Age of Discovery

Age of Discovery

Navigating the Risks and Rewards of Our New Renaissance

Book - 2016
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The present is a contest between the bright and dark sides of discovery. To avoid being torn apart by its stresses, we need to recognize the fact--and gain courage and wisdom from the past. Age of Discovery shows how.

Now is the best moment in history to be alive, but we have never felt more anxious or divided. Human health, aggregate wealth and education are flourishing. Scientific discovery is racing forward. But the same global flows of trade, capital, people and ideas that make gains possible for some people deliver big losses to others--and make us all more vulnerable to one another.

Business and science are working giant revolutions upon our societies, but our politics and institutions evolve at a much slower pace. That's why, in a moment when everyone ought to be celebrating giant global gains, many of us are righteously angry at being left out and stressed about where we're headed.

To make sense of present shocks, we need to step back and recognize: we've been here before. The first Renaissance, the time of Columbus, Copernicus, Gutenberg and others, likewise redrew all maps of the world, democratized communication and sparked a flourishing of creative achievement. But their world also grappled with the same dark side of rapid change: social division, political extremism, insecurity, pandemics and other unintended consequences of discovery.

Now is the second Renaissance. We can still flourish--if we learn from the first.

Publisher: New York : St. Martin's Press, ©2016.
ISBN: 9781250085092
Characteristics: xiv, 304 pages :,illustrations, maps ;,24 cm.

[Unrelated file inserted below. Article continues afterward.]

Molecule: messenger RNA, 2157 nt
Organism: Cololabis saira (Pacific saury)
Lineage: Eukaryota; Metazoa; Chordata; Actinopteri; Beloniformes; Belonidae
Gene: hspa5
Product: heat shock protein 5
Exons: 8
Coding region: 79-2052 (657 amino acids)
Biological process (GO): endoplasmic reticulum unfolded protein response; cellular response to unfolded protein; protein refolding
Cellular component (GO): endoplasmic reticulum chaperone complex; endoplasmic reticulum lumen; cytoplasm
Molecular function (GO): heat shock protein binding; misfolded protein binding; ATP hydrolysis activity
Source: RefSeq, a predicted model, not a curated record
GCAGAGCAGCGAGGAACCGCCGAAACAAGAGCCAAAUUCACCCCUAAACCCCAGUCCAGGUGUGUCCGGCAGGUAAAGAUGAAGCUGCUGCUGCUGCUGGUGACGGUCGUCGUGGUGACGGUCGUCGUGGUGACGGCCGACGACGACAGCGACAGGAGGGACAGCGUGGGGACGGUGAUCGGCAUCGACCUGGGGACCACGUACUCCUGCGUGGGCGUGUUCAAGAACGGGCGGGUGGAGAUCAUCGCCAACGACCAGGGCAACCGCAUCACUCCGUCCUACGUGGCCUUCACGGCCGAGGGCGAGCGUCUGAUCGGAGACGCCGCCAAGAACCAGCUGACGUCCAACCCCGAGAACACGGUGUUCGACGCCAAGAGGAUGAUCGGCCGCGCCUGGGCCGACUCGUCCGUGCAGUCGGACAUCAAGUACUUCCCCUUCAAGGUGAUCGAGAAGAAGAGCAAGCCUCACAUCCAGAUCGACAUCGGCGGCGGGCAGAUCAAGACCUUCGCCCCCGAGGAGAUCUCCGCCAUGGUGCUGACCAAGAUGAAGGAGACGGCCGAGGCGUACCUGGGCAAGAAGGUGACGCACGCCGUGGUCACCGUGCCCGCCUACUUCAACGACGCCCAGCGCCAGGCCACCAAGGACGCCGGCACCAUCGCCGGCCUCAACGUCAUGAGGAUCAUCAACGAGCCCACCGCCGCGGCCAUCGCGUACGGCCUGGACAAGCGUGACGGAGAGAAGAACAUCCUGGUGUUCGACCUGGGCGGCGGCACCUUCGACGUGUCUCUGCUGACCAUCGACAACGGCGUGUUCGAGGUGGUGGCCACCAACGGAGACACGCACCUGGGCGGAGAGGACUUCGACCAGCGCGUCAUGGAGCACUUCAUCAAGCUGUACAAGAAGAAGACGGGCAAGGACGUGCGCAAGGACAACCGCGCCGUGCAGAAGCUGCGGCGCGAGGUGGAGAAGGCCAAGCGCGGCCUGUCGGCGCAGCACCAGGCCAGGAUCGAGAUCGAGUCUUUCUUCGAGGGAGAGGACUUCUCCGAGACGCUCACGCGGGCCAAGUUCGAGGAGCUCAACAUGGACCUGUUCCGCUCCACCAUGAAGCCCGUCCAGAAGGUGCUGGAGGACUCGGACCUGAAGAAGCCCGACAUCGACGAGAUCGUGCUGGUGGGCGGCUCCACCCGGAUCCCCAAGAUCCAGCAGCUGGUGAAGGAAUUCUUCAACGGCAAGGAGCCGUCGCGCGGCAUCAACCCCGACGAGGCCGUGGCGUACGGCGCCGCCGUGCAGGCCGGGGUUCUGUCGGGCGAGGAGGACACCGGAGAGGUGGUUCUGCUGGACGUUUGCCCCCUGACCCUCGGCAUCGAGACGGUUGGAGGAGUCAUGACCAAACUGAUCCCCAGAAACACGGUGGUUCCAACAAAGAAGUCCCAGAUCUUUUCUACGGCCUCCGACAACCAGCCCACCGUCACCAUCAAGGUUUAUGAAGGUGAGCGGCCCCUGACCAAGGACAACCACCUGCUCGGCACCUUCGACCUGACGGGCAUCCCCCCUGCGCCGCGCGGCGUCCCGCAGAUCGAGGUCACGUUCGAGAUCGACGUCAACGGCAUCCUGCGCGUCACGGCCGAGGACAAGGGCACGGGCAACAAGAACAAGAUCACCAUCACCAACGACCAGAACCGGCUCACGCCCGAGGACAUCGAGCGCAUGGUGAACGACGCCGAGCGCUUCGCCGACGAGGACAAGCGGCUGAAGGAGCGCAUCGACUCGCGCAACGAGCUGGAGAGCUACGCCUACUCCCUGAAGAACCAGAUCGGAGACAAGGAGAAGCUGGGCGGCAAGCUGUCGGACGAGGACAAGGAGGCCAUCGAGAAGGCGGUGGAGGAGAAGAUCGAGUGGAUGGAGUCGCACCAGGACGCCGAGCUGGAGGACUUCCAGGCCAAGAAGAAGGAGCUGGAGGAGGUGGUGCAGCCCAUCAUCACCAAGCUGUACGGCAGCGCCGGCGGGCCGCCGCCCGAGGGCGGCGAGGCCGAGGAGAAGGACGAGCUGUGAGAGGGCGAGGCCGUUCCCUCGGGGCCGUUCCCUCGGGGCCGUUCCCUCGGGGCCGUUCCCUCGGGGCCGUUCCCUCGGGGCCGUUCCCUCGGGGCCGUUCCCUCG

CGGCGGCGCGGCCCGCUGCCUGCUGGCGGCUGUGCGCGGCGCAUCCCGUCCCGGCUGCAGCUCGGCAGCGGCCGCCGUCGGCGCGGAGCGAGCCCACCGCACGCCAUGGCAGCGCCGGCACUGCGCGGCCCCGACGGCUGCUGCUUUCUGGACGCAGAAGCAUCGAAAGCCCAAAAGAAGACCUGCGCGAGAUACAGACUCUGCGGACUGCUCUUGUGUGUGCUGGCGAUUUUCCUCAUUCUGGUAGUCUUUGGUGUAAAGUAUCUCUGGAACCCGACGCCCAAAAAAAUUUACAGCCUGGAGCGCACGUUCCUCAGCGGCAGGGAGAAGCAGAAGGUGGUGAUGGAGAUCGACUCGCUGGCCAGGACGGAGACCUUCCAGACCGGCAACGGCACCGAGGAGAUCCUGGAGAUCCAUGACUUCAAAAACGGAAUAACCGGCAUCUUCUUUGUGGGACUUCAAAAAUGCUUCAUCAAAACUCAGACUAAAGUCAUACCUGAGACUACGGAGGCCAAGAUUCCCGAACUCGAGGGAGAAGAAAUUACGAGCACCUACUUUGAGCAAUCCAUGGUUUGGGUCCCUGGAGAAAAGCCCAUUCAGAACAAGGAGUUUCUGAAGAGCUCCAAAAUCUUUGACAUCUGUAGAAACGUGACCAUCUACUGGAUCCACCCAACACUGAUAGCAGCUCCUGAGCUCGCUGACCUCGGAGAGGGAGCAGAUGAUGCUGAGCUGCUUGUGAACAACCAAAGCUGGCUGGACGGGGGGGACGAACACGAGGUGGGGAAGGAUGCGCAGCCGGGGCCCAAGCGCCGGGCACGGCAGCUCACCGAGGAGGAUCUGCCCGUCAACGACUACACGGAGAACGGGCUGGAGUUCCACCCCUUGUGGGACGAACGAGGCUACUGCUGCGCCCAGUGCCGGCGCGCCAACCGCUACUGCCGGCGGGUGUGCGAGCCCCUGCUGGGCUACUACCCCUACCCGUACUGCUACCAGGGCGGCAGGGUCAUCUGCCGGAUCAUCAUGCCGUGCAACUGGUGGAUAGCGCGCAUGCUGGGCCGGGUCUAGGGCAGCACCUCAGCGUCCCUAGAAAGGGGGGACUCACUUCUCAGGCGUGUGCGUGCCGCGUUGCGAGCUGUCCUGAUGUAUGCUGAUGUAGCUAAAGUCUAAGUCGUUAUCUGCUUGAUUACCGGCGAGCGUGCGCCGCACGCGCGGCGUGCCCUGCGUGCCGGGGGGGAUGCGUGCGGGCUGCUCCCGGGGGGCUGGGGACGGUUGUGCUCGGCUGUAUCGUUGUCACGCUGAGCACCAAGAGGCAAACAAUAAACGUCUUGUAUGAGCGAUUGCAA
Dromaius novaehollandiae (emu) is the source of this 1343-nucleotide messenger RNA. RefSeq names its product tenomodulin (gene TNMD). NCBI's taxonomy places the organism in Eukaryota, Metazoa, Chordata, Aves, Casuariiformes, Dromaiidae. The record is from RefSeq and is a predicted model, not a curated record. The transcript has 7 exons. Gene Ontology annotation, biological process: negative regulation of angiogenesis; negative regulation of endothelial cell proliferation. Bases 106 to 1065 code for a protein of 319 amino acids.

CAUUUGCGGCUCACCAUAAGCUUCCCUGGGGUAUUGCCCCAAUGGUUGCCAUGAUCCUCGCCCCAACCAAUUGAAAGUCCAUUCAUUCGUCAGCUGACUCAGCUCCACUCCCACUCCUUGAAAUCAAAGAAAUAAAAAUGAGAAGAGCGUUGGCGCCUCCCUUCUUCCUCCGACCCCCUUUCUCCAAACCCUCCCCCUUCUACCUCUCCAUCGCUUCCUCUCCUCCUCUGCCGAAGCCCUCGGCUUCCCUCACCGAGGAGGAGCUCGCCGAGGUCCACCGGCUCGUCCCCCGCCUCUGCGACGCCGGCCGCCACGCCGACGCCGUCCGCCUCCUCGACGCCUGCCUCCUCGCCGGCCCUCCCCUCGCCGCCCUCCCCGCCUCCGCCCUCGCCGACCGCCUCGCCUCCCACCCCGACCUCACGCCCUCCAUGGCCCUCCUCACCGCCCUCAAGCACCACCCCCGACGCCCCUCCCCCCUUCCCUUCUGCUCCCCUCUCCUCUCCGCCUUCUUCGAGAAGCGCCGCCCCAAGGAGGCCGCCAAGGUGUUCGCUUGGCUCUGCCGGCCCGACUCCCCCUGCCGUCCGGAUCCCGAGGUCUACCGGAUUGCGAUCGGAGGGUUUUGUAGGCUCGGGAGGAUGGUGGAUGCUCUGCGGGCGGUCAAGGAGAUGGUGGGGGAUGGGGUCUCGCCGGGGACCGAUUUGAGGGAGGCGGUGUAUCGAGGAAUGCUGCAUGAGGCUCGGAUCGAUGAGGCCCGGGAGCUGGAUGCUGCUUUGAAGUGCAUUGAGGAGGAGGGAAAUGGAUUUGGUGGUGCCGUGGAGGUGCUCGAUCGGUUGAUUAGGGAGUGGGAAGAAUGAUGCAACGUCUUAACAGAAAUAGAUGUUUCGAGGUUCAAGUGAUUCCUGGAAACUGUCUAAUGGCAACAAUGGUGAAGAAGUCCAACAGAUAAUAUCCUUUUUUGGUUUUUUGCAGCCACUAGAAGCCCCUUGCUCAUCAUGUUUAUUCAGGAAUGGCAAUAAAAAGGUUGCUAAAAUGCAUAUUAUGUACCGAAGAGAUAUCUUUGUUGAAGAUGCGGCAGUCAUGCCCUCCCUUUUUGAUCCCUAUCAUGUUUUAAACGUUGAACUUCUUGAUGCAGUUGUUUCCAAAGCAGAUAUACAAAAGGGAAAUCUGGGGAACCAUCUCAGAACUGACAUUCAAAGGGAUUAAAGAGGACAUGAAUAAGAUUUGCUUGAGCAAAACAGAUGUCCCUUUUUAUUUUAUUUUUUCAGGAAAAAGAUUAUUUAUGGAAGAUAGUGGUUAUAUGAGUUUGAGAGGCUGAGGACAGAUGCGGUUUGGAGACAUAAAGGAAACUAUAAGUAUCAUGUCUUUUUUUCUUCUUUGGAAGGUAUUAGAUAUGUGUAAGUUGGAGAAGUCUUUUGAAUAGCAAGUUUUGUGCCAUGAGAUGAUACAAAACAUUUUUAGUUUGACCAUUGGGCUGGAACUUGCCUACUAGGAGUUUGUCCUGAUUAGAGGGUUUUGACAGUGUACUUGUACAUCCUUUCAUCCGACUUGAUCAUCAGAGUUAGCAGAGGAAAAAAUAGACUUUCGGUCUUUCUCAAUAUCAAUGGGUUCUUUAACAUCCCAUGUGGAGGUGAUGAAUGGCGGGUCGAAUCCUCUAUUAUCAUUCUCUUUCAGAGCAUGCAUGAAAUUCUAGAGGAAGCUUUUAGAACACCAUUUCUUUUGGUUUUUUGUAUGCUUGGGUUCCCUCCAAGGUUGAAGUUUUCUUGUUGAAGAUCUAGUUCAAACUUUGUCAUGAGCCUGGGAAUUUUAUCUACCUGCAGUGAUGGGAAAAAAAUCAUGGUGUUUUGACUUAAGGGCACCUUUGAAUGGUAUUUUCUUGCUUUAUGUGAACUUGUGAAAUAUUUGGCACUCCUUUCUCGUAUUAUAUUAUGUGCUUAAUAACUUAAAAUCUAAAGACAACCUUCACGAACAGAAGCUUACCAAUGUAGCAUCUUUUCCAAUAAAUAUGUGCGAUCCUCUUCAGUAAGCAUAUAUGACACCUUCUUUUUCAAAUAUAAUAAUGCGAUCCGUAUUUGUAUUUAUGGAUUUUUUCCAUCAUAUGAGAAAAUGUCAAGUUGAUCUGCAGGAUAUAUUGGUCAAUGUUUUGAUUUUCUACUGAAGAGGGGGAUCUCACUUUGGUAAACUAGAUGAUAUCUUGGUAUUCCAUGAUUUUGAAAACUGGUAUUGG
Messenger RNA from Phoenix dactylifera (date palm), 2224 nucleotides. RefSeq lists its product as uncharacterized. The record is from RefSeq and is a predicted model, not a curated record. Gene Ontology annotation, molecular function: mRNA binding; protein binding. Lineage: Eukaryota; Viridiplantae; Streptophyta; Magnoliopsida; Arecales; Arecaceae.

Additional Contributors: Kutarna, Chris - Author

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bar_c0de
Sep 25, 2017

So you didn't read the work of the author.

You were triggered by the recommendation the publisher used to package the book.

Did the fonts and graphics meet with your approval?

About how fair, objective, or nuanced would you say your comment is?

The work of the author is solid and interesting if you are interested in getting a long-run historical view of how social institutions lag behind technological change. The world changes, social institutions are slow to adapt, some folks are even slower to adapt.

t
Tombob
Aug 06, 2017

Took this book back to library as soon as I opened the first page. Christine Lagarde recommending this book was enough to make me sick. Christine Lagarde who: Was found guilty of fraud by European courts and should have gone to jail but did not.
Christine Lagarde who insulted Greek citizens when she called them "tax cheats ".
Christine Lagarde whose home was raided by anti corruption police investigating her near $400 million pay-off of a prominent Nicolas Sarkozy supporter when she was French finance minister.
Christine Lagarde who showed up in New York to attend an IMF meeting wearing 9500 Euro's worth of clothing, shoes, handbags etc while she tells the poor they will have to pay more taxes and can't retire at 65.
No, sorry this author is blinded by the light and obviously confused.

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